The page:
Hugh Fearnley-Whittingstall thinks it’s time we all went veggie (River Cottage Veg; Channel 4, Sunday).
Hugh Fearnley-Whittingstall thinks it’s time we all went veggie (River Cottage Veg; Channel 4, Sunday). Coming from a man whose favourite dish is human placenta marinaded in fruit-bat extract, who slaughters his own pigs with a pocket knife and dances naked in their gore as he turns them into 2,058 varieties of artisanal black pudding, and who recently confessed he wouldn’t mind eating the odd puppy if push came to shove, I suppose this is something we should take quite seriously.
Personally, I feel betrayed. As betrayed as I felt all those years ago when my most heavy-duty smoking friend Ewen gave up fags, which was so unfair because I’d been relying on him to die of lung cancer, not me. ‘Et tu, Hugh?’ it made me think. Because I like my meat, an awful lot. Not only does it taste good but it’s also the thing that has made us great. If it hadn’t been for meat, we would probably never have discovered fire. And it was that fire/meat combo which gave us the brainpower to become the dominant species we are today. Otherwise just imagine what might have happened: maybe we’d now be governed by sheep or lemmings or other similarly brain-dead herbivores. Imagine!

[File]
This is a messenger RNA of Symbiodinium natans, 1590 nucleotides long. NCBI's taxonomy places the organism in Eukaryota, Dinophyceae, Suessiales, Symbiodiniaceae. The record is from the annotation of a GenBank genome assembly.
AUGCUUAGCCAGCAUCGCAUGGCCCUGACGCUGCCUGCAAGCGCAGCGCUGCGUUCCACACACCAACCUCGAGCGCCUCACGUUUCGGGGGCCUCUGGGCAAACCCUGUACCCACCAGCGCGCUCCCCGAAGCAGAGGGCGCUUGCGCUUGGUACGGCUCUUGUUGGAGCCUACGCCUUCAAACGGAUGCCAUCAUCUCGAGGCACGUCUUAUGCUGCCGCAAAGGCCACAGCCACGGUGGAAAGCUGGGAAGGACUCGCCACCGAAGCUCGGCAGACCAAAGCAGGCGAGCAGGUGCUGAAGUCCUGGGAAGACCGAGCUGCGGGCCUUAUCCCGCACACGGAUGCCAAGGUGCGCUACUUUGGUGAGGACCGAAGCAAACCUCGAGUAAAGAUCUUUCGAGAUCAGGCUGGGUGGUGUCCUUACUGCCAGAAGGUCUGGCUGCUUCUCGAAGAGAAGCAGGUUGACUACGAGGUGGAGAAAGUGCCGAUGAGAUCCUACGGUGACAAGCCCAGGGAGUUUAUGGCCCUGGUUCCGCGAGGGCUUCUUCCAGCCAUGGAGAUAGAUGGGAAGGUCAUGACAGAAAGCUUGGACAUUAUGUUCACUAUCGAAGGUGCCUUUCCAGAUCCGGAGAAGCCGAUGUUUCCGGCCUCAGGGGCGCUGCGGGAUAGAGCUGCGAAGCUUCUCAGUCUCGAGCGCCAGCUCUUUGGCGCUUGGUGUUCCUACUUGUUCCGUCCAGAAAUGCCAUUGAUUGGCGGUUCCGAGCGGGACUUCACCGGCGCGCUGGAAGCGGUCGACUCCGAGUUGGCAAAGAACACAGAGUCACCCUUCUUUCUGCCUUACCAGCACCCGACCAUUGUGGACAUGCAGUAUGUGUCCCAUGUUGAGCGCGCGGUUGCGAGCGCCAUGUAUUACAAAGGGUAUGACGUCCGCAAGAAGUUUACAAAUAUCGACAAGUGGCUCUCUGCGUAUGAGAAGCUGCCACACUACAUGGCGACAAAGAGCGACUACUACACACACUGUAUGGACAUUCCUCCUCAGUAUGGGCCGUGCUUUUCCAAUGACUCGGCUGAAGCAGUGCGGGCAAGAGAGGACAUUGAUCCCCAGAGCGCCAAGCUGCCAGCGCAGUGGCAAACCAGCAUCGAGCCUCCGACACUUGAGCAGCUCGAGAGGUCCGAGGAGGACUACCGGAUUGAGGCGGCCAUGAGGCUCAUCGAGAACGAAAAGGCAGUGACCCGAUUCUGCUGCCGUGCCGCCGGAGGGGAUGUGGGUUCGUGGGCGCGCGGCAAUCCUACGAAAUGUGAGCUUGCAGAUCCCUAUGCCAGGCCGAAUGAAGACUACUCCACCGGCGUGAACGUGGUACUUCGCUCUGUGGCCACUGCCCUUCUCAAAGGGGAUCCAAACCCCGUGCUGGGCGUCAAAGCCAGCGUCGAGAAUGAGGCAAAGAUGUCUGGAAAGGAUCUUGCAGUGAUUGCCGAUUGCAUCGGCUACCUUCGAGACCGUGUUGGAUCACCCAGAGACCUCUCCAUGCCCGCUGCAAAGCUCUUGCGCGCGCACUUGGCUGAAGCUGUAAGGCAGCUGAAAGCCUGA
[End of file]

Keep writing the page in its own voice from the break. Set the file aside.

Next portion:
Anyway, Hugh’s vegetarian adventure started off quite poorly, I thought. He has many fine qualities, does Hugh, but his tendency to pontificate in that mannered, up-and-down trademark TV voice of his is not one of them. Pontification is not in and of itself a bad thing: I do it all the time. But for it not to be off-putting, there needs to be at least a hint of a suspicion that the pontificator is slyly, engagingly aware of his own fallibility and absurdity. Success has killed that in Hugh, as of course it does in everyone.
You think he’s going to eat it. But then he changes his mind and gives it to his gardeners instead. If he’s going to go veggie, he should do so in a positive frame of mind rather than dwelling miserably on what he’s about to lose, he declares. But though I can see that trope working, just about, in print, on film it looked stagey, portentous and a bit pompous. . . .
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